Vous êtes sur la page 1sur 3

Childhood is the age span ranging from birth to adolescence.

According to Piaget's theory of cognitive development, childhood consists of two stages: preoperational stage and concrete operational stage. In developmental psychology, childhood is divided up into the developmental stages of toddlerhood (learning to walk), early childhood (play age), middle childhood (school age), and adolescence (puberty through post-puberty). Various childhood factors could affect a person's attitude formation.

Today, around 21,000 children died around the world Some 21,000 children die every day around the world.

That is equivalent to:

1. 2. 3. 4. 5. 6. 7. 8.

1 child dying every 4 seconds 14 children dying every minute A 2011 Libya conflict-scale death toll every day A 2010 Haiti earthquake occurring every 10 days A 2004 Asian Tsunami occurring every 11 days An Iraq-scale death toll every 1946 days Just under 7.6 million children dying every year Some 92 million children dying between 2000 and 2010

Unfortunately, it seems that the world still does not notice. It might be reasonable to expect that death and tragedy on this scale should be prime time headlines news. Yet, these issues only surface when there are global meetings or concerts (such as the various G8 summits, the Make Poverty History campaign in 2005, etc).

Images UNICEF Furthermore, year after year, we witness that when those campaigns end and the meetings conclude, so does the mainstream media coverage. It feels as though even when there is some media attention, the ones who suffer are not the ones that compel the mainstream to report, but instead it is the movement of the celebrities and leaders of the wealthy countries that makes this issue newsworthy. Even rarer in the mainstream media is any thought that wealthy countries may be part of the problem too. The effects of international policies such as structural adjustments, the current form of globalization, and the on these processes is rarely looked at. Instead, promises and pledges from the wealthy, powerful countries, and the corruption of the poorer ones who receive apparently abundant goodwill make the headlines; the repeated broken promises, the low quality and quantity of aid, and conditions with unfair strings attached do not. Accountability of the recipient countries is often mentioned when these issues touch the mainstream. Accountability of the roles that international institutions such as the World Bank and IMF, and their funders (the wealthy/powerful countries), rarely does. The risk is that citizens of these countries get a false sense of hope creating the misleading impression that appropriate action is taken in their names. It may be harsh to say the mainstream media is one of the many causes of poverty, as such, but the point here is that their influence is enormous. Silence, as well as noise, can both have an effect.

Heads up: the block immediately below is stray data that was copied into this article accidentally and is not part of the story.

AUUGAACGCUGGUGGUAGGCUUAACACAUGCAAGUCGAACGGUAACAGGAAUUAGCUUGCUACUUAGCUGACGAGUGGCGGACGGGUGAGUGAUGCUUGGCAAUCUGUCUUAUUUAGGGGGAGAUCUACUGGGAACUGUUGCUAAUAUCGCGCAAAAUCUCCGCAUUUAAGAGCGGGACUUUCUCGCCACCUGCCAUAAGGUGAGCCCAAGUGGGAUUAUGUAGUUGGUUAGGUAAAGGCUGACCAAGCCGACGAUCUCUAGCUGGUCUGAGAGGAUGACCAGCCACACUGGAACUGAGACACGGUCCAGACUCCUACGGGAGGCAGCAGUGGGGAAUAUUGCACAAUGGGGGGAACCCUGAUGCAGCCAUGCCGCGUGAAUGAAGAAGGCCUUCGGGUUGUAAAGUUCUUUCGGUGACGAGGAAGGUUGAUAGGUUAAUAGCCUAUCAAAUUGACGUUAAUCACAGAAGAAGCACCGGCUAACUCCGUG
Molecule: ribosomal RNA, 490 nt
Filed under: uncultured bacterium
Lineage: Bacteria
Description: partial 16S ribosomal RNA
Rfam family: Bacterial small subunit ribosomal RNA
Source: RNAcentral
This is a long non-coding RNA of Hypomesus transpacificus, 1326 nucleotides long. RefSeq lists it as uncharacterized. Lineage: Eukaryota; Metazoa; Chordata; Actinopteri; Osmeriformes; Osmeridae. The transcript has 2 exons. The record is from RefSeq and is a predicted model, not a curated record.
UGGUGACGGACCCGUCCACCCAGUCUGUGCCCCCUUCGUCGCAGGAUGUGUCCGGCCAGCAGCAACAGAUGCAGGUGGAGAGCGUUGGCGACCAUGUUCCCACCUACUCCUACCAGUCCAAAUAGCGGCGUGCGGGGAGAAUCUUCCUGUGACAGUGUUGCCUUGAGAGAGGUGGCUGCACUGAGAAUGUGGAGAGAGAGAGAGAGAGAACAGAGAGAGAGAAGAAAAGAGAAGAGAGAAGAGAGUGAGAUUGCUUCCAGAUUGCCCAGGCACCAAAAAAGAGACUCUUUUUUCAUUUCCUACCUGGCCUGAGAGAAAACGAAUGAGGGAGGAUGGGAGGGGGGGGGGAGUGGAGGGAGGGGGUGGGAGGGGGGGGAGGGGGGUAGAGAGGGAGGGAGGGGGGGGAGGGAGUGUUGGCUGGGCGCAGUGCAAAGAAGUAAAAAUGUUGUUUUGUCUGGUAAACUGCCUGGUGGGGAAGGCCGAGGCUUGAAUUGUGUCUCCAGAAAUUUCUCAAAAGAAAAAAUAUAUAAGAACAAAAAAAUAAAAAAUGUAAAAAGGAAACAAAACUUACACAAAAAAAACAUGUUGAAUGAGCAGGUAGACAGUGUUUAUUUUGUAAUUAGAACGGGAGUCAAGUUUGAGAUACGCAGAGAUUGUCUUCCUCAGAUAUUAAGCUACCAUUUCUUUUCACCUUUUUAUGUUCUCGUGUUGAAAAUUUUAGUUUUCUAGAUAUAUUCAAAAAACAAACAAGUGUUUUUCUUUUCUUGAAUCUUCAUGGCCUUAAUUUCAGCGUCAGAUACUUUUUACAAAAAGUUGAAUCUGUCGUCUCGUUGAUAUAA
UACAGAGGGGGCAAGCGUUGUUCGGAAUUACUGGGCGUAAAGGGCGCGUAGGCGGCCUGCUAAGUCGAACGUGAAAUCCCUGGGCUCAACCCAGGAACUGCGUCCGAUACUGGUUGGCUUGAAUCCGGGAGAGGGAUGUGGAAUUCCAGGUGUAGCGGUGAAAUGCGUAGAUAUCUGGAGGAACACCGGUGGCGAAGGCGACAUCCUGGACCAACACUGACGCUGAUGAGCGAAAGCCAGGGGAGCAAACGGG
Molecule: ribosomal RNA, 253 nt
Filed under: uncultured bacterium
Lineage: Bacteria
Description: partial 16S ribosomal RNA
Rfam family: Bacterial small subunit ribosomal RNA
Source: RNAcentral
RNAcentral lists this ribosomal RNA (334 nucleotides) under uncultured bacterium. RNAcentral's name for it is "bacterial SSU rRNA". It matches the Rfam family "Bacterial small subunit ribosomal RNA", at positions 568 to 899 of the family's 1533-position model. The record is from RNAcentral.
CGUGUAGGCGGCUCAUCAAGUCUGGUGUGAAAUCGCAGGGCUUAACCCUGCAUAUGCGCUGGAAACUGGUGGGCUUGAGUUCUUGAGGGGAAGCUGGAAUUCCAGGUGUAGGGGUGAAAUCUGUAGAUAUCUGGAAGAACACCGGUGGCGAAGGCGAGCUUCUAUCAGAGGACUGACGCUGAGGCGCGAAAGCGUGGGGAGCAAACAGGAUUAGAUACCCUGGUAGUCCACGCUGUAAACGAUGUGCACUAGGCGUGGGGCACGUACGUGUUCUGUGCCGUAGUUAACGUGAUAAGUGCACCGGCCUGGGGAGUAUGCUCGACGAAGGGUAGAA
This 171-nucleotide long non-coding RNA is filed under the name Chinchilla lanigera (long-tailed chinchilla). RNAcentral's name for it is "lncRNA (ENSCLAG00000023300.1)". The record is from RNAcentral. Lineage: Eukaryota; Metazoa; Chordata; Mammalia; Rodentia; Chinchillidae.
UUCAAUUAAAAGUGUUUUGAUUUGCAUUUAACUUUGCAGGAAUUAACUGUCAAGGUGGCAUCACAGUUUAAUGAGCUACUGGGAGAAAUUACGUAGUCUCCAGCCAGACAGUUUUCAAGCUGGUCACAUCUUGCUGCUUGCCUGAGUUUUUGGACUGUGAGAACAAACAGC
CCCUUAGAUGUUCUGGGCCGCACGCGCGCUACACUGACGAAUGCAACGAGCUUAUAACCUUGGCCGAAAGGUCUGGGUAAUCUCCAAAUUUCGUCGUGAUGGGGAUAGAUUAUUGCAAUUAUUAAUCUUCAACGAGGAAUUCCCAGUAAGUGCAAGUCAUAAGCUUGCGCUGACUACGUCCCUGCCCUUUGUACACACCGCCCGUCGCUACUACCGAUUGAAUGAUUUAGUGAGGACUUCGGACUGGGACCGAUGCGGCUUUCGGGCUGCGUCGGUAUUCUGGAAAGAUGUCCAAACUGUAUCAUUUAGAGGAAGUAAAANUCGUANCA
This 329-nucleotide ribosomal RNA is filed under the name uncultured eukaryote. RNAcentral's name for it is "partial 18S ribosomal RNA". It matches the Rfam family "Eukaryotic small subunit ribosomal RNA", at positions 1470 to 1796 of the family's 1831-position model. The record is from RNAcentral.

Why is child mortality important to understand?

UNICEF summarizes the importance of child mortality: The under-five mortality rate, often known by its acronym U5MR or simply as the child mortality rate has several advantages as a barometer of child well-being in general and child health in particular. First, it measures an outcome of the development process rather than an input, such as per capita calorie availability or the number of doctors per 1,000 populationall of which are means to an end. Second, the U5MR is known to be the result of a wide variety of inputs:

the nutritional status and the health knowledge of mothers; the level of immunization and oral rehydration therapy; the availability of maternal and child health services (including prenatal care);

income and food availability in the family; the availability of safe drinking water and basic sanitation; and the overall safety of the childs environment

among other factors. Third, the U5MR is less susceptible to the fallacy of the average than, for example, per capita gross national income (GNI per capita). This is because the natural scale does not allow the children of the rich to be 1,000 times as likely to survive, even if the human-made scale does permit them to have 1,000 times as much income. In other words, it is much more difficult for a wealthy minority to affect a nations U5MR, and it therefore presents a more accurate, if far from perfect, picture of the health status of the majority of children (and of society as a whole).